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Plastic bags and plastic bottles – CO2 emissions during their lifetime

A number of people have asked about the implications of using plastic bags on the personal carbon footprint as well as on the environment in general. There are some comparisons between paper bags and plastic bags available which clearly show that it all depends on how many times these plastic or paper bags are being used.

Littering is probably the severest problem related to plastic bags. Nevertheless let’s now have a look at the carbon dioxide (CO2) emissions (carbon footprint) for the production and incineration of plastic bags.

Calculating the carbon footprint of plastic bags and bottles

The carbon footprint of plastic (LDPE or PET, poyethylene) is about 6 kg CO2 per kg of plastic. If you know the weight of your plastic bags, you can multiply it with the number of plastic bags you are using per year. Then you can easily calculate the carbon dioxide emitted by your own usage of plastic bags. See below for some background information.

  • The production of 1 kg of polyethylene (PET or LDPE), requires the equivalent of 2 kg of oil for energy and raw material (see here). Polyethylene PE ist the most commonly used plastic for plastic bags.
  • Burning 1 kg of oil creates about 3 kg of carbon dioxide (see e.g. our offline carbon footprint calculator). In other words: Per kg of plastic, about 6 kg carbon dioxide is created during production and incineration.
  • A plastic bag has a weight in the range of about 8 g to 60 g depending on size and thickness. For the further calculation, it now depends on which weight for a plastic bag you actually use. A common plastic carrying bag in our household had a weight between 25 g and 40 g. So I took the average of 32.5 g.
  • Take the above relation between kg plastics and kg of carbon dioxide, and you get about 200 g carbon dioxide for 32.5 g of plastic, which is the equivalent of the average plastic carrying bag in our household. Or in other words: For 5 plastic bags you get 1 kg of CO2.

CO2 emissions might be even higher

Of course you’ll find different figures on the Internet. The main factors are the weight of the plastic bag and whether the grey energy (energy used for production and disposal) is taken into account.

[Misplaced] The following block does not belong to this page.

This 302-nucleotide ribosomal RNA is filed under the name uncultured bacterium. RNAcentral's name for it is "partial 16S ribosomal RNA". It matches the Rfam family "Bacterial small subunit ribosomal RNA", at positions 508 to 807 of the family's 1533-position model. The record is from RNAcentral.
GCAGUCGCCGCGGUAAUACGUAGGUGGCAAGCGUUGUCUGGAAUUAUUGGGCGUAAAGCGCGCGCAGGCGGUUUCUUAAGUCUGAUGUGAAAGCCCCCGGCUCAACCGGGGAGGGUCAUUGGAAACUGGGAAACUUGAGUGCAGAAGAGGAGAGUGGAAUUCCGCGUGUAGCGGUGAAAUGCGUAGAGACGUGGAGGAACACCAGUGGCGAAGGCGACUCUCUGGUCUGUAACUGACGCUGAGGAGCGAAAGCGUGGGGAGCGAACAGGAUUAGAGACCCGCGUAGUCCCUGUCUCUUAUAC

A new study from ETH Zurich in 2021 shows that CO2 emissions from plastic production have increased in recent years because plastic is increasingly produced in countries that use a lot of coal. The above values for CO2 emissions are therefore likely to be too low rather than too high.

CO2 Emissions of plastic bags
Plastic bags and plastic bottles - CO2 emissions during their lifetime 1


ΞCarbon dioxide

31 thoughts on “Plastic bags and plastic bottles – CO2 emissions during their lifetime”

  1. Recycling of plastic and figures about plastic

    Some interesting facts around plastics:

    • The world-wide production of plastic is currently at 35 kilogramm per year per person. On average, it is increasing by 3% per year.
    • Most of the plastic is used for packaging (35%), followed by the construction sector and vehicle construction.
    • About 40% of the produced plastic is being disposed within 1 year (primarily packaging material).
    • The average lifetime of plastic is 12 years. The main reason is the relatively long lifetime in the construction sector.
    • Recycling of plastic saves on average about 2.5 kg CO2 per kg of plastic. Thus recycled plastic produces about 3.5 kg CO2 compared to 6 kg of CO2 for new plastic (production and incineration).
    • About 6% of the world-wide oil consumption is used for the production of plastic (with increasing tendency).

    Source: Pusch, Thema Umwelt, 1/2009, p. 3

  2. Plastics bags and CO2 Revised figures